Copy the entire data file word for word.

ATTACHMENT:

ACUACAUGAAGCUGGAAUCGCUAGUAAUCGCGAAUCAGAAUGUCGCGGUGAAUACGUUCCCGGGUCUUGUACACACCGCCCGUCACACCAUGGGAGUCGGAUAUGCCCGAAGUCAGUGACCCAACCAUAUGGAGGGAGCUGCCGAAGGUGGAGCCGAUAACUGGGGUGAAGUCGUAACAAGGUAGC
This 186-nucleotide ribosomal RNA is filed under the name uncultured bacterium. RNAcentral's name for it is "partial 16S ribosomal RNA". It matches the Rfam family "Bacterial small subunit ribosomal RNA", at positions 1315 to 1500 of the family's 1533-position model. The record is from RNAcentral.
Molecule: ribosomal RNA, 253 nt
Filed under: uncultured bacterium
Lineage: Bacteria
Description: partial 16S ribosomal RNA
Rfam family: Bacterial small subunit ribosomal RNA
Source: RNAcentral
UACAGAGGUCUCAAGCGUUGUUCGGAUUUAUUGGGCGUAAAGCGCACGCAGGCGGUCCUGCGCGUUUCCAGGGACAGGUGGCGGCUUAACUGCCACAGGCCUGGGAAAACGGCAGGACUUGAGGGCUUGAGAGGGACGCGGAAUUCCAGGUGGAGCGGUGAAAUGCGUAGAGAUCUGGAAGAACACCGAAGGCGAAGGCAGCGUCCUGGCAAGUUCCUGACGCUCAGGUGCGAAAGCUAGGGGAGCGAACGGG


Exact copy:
ACUACAUGAAGCUGGAAUCGCUAGUAAUCGCGAAUCAGAAUGUCGCGGUGAAUACGUUCCCGGGUCUUGUACACACCGCCCGUCACACCAUGGGAGUCGGAUAUGCCCGAAGUCAGUGACCCAACCAUAUGGAGGGAGCUGCCGAAGGUGGAGCCGAUAACUGGGGUGAAGUCGUAACAAGGUAGC
This 186-nucleotide ribosomal RNA is filed under the name uncultured bacterium. RNAcentral's name for it is "partial 16S ribosomal RNA". It matches the Rfam family "Bacterial small subunit ribosomal RNA", at positions 1315 to 1500 of the family's 1533-position model. The record is from RNAcentral.
Molecule: ribosomal RNA, 253 nt
Filed under: uncultured bacterium
Lineage: Bacteria
Description: partial 16S ribosomal RNA
Rfam family: Bacterial small subunit ribosomal RNA
Source: RNAcentral
UACAGAGGUCUCAAGCGUUGUUCGGAUUUAUUGGGCGUAAAGCGCACGCAGGCGGUCCUGCGCGUUUCCAGGGACAGGUGGCGGCUUAACUGCCACAGGCCUGGGAAAACGGCAGGACUUGAGGGCUUGAGAGGGACGCGGAAUUCCAGGUGGAGCGGUGAAAUGCGUAGAGAUCUGGAAGAACACCGAAGGCGAAGGCAGCGUCCUGGCAAGUUCCUGACGCUCAGGUGCGAAAGCUAGGGGAGCGAACGGG